Integrity Legal

27th March 2010

In a few recent blog posts, this author has discussed the proposed fee increases for services offered at US Diplomatic and Consular Posts abroad. Apparently, the Department of State will be increasing the fees associated with Passport procurement. Also, those who wish to obtain new pages in their passport will no longer be able to have pages added free of charge. Finally, although on a slightly different topic, the fees for non-immigrant family based visas is to be raised as well. For those who are unfamiliar with the details of US Immigration the US Fiance Visa (also called the K1 visa) and the Non-Immigrant US Marriage visa (Also called a K3 Visa) are issued at American Embassies overseas.

The Department of State issued some statements in a supplement regarding the proposed rule that would increase the fees for Consular Services:

“The Department of State (“Department”) published two proposed rules in the Federal Register on December 14, 2009 (74 FR 66076, Public Notice 6851, RIN 1400-AC57), and on February 9, 2010 (75 FR 6321, Public Notice 6887, RIN 1400-AC58), proposing to amend sections of part 22 of Title 22 of the Code of Federal Regulations, the Schedule of Fees for Consular Services. The Department’s proposed rules solicited comments, and a number of comments requested additional detail on the Consular Services Cost of Service Study (CoSS) as well as time to comment on that detail. In response, the Department is providing the additional written detail below.”

The Department of State should be commended for taking the time to explain to the public the policy reasons for a fee increase. In many ways, a fee increase is periodically necessary as each US Embassy and/or US Consulate must serve the needs of the Americans using the post while at the same time stay within a budget. Balancing these two objectives can be difficult at times. The statement went further in describing the reasons behind the increase in fees, but used an analogy to make the point:

“Example: Imagine a government agency that has a single facility it uses to prepare and issue a single product–a driver’s license. In this simple scenario, every cost associated with that facility (the salaries of employees, the electricity to power the computer terminals, the cost of a blank driver’s license, etc.) can be attributed directly to the cost of producing that single item. If that agency wants to ensure that it is charging a “self- sustaining” price for driver’s licenses, it only has to divide its total costs for a given time period by an estimate of the number of driver’s licenses to be produced during that same time period.”

As this analogy points out, if an organization is just producing one product, then determining the cost of the product is relatively easy:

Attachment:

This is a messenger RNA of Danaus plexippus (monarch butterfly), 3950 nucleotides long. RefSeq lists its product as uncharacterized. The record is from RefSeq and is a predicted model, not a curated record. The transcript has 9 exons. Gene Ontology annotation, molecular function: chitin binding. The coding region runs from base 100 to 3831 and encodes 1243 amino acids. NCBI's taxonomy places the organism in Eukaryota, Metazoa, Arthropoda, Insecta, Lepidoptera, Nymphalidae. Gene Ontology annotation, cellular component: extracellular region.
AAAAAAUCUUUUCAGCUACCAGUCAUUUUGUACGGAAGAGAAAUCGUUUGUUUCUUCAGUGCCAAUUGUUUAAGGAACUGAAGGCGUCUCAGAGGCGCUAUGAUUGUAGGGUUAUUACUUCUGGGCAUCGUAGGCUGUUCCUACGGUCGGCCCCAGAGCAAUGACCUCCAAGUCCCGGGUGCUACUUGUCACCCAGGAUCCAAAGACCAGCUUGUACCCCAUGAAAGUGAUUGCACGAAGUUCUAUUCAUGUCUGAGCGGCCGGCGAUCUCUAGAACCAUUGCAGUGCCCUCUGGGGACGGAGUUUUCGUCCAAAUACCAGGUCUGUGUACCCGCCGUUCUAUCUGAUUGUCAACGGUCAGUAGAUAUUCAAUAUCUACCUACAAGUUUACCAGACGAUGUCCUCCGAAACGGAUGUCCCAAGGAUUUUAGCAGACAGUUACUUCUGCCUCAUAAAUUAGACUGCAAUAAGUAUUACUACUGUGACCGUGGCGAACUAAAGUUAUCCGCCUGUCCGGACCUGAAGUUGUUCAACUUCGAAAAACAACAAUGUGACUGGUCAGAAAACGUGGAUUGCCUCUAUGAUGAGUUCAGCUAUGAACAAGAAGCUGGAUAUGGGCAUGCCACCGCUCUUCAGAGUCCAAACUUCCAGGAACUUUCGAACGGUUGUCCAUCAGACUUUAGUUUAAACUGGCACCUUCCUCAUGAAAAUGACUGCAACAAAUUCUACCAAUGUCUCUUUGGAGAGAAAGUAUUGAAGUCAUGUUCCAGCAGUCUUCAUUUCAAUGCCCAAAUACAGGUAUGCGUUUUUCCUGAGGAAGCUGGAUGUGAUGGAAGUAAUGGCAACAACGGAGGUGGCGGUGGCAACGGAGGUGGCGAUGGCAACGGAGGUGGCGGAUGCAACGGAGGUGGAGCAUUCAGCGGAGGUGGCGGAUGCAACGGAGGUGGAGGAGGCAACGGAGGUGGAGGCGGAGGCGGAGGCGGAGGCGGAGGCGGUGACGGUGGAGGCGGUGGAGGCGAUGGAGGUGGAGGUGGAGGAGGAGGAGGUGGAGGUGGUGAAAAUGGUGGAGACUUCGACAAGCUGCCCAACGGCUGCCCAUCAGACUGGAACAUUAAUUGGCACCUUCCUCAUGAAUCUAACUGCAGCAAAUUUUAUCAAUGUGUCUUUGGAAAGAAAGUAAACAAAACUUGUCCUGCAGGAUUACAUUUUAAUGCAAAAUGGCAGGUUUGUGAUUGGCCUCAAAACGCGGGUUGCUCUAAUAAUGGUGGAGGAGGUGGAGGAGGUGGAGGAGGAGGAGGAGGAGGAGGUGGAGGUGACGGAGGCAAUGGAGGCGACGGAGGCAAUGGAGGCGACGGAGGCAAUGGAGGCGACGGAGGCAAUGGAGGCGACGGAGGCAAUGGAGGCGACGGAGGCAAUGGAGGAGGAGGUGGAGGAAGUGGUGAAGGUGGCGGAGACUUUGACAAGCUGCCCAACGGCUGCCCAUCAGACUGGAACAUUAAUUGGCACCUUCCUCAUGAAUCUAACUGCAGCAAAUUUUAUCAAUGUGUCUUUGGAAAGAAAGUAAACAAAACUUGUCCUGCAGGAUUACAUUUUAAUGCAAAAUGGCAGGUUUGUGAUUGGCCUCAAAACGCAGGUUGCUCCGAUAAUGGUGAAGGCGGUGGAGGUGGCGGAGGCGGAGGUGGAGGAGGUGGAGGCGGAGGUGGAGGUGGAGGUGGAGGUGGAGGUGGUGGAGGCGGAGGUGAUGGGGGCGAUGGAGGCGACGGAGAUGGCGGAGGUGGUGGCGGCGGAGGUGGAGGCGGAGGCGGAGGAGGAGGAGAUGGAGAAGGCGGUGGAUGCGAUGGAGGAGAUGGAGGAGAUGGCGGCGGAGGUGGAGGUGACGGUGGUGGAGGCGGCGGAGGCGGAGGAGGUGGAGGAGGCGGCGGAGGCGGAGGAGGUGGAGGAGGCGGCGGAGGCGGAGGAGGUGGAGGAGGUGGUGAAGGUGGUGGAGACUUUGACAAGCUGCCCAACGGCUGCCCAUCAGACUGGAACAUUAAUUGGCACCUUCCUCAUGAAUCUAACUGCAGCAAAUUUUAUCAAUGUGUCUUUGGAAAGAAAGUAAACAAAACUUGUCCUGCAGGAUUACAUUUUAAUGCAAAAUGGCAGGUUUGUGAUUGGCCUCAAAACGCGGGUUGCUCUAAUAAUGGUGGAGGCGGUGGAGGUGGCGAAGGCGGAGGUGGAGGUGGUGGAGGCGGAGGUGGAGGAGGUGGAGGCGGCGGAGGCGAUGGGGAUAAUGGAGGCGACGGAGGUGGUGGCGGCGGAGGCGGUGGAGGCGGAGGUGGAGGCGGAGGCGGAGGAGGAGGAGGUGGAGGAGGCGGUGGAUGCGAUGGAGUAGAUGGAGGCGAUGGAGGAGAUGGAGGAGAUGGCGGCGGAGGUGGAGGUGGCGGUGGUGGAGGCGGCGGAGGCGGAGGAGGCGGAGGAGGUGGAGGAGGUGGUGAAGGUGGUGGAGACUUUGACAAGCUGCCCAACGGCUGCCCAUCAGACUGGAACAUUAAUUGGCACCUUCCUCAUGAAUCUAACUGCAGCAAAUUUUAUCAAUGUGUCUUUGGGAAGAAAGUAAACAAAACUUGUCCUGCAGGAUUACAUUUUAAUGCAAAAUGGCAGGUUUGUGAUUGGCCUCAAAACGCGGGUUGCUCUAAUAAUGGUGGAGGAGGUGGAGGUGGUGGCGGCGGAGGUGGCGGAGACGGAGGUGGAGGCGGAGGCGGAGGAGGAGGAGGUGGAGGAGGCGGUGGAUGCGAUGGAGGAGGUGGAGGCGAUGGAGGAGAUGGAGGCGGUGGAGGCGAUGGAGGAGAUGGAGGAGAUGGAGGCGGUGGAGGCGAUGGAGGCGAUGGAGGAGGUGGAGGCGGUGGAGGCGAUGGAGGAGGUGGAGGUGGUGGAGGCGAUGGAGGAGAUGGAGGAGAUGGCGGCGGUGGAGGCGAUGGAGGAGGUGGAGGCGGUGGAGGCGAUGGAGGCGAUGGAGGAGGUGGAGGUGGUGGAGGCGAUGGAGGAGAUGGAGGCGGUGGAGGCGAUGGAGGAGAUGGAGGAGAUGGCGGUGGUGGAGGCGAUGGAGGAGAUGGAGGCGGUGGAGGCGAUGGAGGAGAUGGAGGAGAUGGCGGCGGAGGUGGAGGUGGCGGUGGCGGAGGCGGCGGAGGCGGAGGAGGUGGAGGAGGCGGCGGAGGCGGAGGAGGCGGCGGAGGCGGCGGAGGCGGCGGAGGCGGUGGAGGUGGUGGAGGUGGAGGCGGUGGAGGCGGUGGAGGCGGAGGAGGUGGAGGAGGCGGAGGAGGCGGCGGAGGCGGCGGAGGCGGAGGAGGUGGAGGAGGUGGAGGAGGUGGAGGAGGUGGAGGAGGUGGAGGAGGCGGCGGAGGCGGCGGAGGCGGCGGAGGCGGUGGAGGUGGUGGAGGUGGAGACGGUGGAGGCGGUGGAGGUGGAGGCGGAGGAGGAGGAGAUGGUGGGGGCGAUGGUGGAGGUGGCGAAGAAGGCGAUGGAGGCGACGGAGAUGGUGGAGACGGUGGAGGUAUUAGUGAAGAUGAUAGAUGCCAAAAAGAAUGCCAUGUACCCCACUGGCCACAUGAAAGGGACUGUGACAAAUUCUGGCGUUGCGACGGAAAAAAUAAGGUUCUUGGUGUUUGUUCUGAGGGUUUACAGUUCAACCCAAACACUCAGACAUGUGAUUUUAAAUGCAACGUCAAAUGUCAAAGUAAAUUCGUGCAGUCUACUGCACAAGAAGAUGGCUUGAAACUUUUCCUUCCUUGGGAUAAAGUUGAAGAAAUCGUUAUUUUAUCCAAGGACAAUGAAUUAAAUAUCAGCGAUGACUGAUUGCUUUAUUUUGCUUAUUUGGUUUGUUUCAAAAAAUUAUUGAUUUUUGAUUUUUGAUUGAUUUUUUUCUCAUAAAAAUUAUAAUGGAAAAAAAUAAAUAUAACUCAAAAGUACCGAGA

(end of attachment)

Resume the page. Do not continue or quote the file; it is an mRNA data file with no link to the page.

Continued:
“However, if that agency issues multiple products (driver’s licenses, non-driver ID cards, etc.), has employees that work on other activities besides licenses (for example, accepting payment for traffic tickets), and operates out of multiple facilities it shares with other agencies, it becomes much more complex for the agency to determine exactly how much it costs to produce any single product. In those instances, the agency would need to know what percent of time its employees spend on each service and how much of its overhead (rent, utilities, facilities maintenance, etc.) are consumed in delivering each service to determine the cost of producing each of its various products–the driver’s license, the non-driver ID card, etc. Using an ABC model would allow the agency to develop those costs.”

Apparently, the Department of State, through use of modeling, has discovered the true cost of their services and is attempting  to adjust their fees accordingly. It remains to be seen how thee changes will impact expats and Americans using United States Consular Posts abroad. In Thailand, it is this author’s opinion, that this fee increase will have the biggest impact upon the American Citizen Services Unit of the US Embassy Bangkok and the US Consulate Chiang Mai as those respective units deal with issues like new passport issuance on a regular basis.


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7 Responses to “Department of State Discusses Fee Increases for Consular Services”

  1. [...] visa is that it has the quickest processing time when comparing it to marriage visas such as the K3 Visa and CR-1 visa. That being said, the K-1 does require that the alien fiance file for adjustment of [...]

  2. [...] visa is that it has the quickest processing time when comparing it to marriage visas such as the K3 Visa and CR-1 visa. That being said, the K-1 does require that the alien fiance file for adjustment of [...]

  3. [...] visa is that it has the quickest processing time when comparing it to marriage visas such as the K3 Visa and CR-1 visa. That being said, the K-1 does require that the alien fiance file for adjustment of [...]

  4. [...] visa is that it has the quickest processing time when comparing it to marriage visas such as the K3 Visa and CR-1 visa. However, the K-1 visa requires that the foreign fiance file an application for [...]

  5. [...] visa is that it has the quickest processing time when comparing it to marriage visas such as the K3 Visa and CR-1 visa. However, the K-1 visa requires that the foreign fiance file an application for [...]

  6. [...] visa is that it has the quickest processing time when comparing it to marriage visas such as the K3 Visa and CR-1 visa. That being said, the K-1 does require that the alien fiance file for adjustment of [...]

  7. [...] visa is that it has the quickest processing time when comparing it to marriage visas such as the K3 Visa and CR-1 visa. That being said, the K-1 does require that the alien fiance file for adjustment of [...]

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